Originally published in Issue 1 Volume 1 of Passive House+ — 
The creation of beautiful, sustainable, low energy buildings is the hallmark of the Living Building Challenge (LBC), an environmental design paradigm which has evolved through the Cascadia Region Green Building Council and the International Living Future Institute, both based in Oregon, USA.
One of the first buildings certified under this rigorous design methodology is Painters Hall, a community centre originally built in the 1930s. Located on a 32 acre mixed use site in Salem, Oregon, the upgraded building has achieved zero energy status, the LEED platinum standard and LBC ‘Petal’ recognition.
The reference to petal recognition evolves from the structural format of the LBC energy primer, which utilises a flower as a metaphor for truly sustainable buildings- self-contained and reflective of the carrying capacity of their site. The LBC allocates markings across a range of ‘petals’ including site usage, water, energy, health, materials, equity and beauty – overall a challenging heptagon of sorts. In the case of Painters Hall, energy, equity and beauty were the targeted recognitions.
The building’s original name evolved from the previous use of the site as a training centre. The intention is to retain its educational links by becoming a meeting and low energy educational centre to reflect the aspirations of the Pringle Creek community as a whole.
The centre uses approximately 20,000kWh of energy per year, but produces 26,000kWh from its roof mounted PV array. A communal geothermal heat pump serves the primary heating heeds of the facility. For water conservation, low flush and dual flush fittings combined with grey water harvesting contribute to an annual saving in water usage of 12,000 gallons.
Practitioners and contractors should note that during the renovations almost 90% of material waste was diverted from landfill, while a quarter of the materials (by cost) used in the building resulted from active recycling. Additionally all paints, adhesives, and composite wood products used on the project were designated as being low VOC (volatile organic compounds).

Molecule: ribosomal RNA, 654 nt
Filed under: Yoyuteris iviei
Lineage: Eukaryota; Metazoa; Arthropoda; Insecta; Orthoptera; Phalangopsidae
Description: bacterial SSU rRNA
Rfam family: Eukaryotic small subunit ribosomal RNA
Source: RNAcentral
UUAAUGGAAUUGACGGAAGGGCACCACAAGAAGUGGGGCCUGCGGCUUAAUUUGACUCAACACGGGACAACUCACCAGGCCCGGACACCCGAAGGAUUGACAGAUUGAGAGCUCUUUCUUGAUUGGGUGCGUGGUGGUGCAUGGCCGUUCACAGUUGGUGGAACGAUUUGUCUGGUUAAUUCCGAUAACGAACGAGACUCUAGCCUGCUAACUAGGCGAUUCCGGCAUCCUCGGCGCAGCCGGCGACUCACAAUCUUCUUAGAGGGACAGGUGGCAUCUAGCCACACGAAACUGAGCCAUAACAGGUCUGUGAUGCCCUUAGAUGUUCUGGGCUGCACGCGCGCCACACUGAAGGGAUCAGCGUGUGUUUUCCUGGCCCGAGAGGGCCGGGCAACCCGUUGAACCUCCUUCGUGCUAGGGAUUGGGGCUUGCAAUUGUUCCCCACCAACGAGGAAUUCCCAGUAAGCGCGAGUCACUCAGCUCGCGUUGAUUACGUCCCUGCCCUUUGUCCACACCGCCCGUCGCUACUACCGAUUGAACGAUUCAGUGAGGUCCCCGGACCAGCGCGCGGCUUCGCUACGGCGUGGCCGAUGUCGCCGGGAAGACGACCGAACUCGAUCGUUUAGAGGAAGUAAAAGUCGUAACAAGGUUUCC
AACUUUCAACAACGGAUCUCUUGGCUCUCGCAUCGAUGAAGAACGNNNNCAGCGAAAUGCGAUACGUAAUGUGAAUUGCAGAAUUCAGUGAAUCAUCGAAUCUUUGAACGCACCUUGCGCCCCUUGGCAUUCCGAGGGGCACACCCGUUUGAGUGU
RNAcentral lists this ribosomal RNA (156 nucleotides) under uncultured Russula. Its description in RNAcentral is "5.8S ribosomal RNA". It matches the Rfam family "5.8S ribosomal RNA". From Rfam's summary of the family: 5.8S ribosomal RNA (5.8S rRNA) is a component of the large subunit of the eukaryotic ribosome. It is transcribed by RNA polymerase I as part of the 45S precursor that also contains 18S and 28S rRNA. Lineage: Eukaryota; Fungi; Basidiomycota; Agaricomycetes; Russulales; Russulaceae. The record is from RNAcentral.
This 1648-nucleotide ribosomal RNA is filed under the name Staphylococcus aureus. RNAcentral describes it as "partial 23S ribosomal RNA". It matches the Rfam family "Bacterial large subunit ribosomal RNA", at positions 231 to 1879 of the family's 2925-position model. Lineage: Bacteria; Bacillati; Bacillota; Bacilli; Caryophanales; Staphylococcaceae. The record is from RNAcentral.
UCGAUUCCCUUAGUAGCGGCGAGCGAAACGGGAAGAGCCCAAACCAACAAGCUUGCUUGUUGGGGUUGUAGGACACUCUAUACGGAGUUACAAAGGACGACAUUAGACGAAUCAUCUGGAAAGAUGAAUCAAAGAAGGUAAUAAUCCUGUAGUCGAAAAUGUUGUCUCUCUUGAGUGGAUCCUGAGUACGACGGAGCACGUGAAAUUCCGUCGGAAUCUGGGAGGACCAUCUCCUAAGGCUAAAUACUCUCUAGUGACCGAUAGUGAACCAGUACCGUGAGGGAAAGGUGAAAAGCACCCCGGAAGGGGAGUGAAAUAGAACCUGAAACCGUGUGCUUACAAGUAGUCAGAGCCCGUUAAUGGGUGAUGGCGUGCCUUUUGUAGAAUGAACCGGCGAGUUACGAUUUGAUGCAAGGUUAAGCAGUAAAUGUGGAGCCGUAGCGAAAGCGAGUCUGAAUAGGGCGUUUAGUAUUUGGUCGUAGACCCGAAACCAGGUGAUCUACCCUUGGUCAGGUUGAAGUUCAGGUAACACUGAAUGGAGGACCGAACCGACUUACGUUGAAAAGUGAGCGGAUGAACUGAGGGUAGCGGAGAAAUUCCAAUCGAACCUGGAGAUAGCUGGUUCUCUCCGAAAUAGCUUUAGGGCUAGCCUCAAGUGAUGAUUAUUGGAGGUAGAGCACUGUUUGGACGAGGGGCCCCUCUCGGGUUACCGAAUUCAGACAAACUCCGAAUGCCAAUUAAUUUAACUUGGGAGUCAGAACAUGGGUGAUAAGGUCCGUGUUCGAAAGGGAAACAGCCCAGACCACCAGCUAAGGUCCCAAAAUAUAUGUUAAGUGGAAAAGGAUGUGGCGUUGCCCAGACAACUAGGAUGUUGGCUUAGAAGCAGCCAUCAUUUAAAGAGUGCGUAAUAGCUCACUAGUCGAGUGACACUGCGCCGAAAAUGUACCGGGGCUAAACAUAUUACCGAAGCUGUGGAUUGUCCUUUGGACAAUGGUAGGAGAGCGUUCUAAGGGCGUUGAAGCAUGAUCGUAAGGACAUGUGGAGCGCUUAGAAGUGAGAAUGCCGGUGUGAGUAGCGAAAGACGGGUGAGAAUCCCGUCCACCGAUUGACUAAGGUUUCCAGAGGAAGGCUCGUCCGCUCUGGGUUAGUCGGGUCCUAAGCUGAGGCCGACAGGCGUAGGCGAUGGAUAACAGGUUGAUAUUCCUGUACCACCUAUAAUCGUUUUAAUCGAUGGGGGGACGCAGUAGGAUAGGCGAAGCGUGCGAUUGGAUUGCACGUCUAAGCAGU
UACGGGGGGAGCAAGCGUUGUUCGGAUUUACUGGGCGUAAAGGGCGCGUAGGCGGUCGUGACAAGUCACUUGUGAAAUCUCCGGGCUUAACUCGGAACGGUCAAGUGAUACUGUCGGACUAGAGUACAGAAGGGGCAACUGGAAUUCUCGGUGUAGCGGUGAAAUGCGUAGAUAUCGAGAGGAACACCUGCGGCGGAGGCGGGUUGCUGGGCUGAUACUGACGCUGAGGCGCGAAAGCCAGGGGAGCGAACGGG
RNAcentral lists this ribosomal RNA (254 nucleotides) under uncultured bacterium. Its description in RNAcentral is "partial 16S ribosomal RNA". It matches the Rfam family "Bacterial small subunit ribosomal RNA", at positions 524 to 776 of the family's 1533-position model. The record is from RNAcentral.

A number of environmental imperatives arise from the LBC petals which had to be considered in the design process of the project. The energy petal gave rise to the net zero energy imperative which was focused on the mantra that a kilowatt hour saved on site was less expensive than one produced on site. To this end the walls, floor and roof were upgraded to a high thermal performance using blown cellulose, finished in light internal colours to reduce electrical lighting loads. These strategies were combined with careful selection of light fittings, occupancy detectors, and dimming overrides. At a cost of $300 worth of hardware, a building energy management system, TED, measures total building energy consumption, photovoltaic energy production and individual circuit loads. This device and its software can communicate with web-based programs so that owners can access an energy dashboard via the internet at any time, sharing data with others and receiving weekly summaries by e-mail that compare usage trends.
As is the hallmark of all the buildings in this selection, the attention to detail is paramount. It renders the question poised by the Living Building Challenge: What if every single act of design and construction made the world a better place? It’s a rhetorical question; because in the case of this building they do.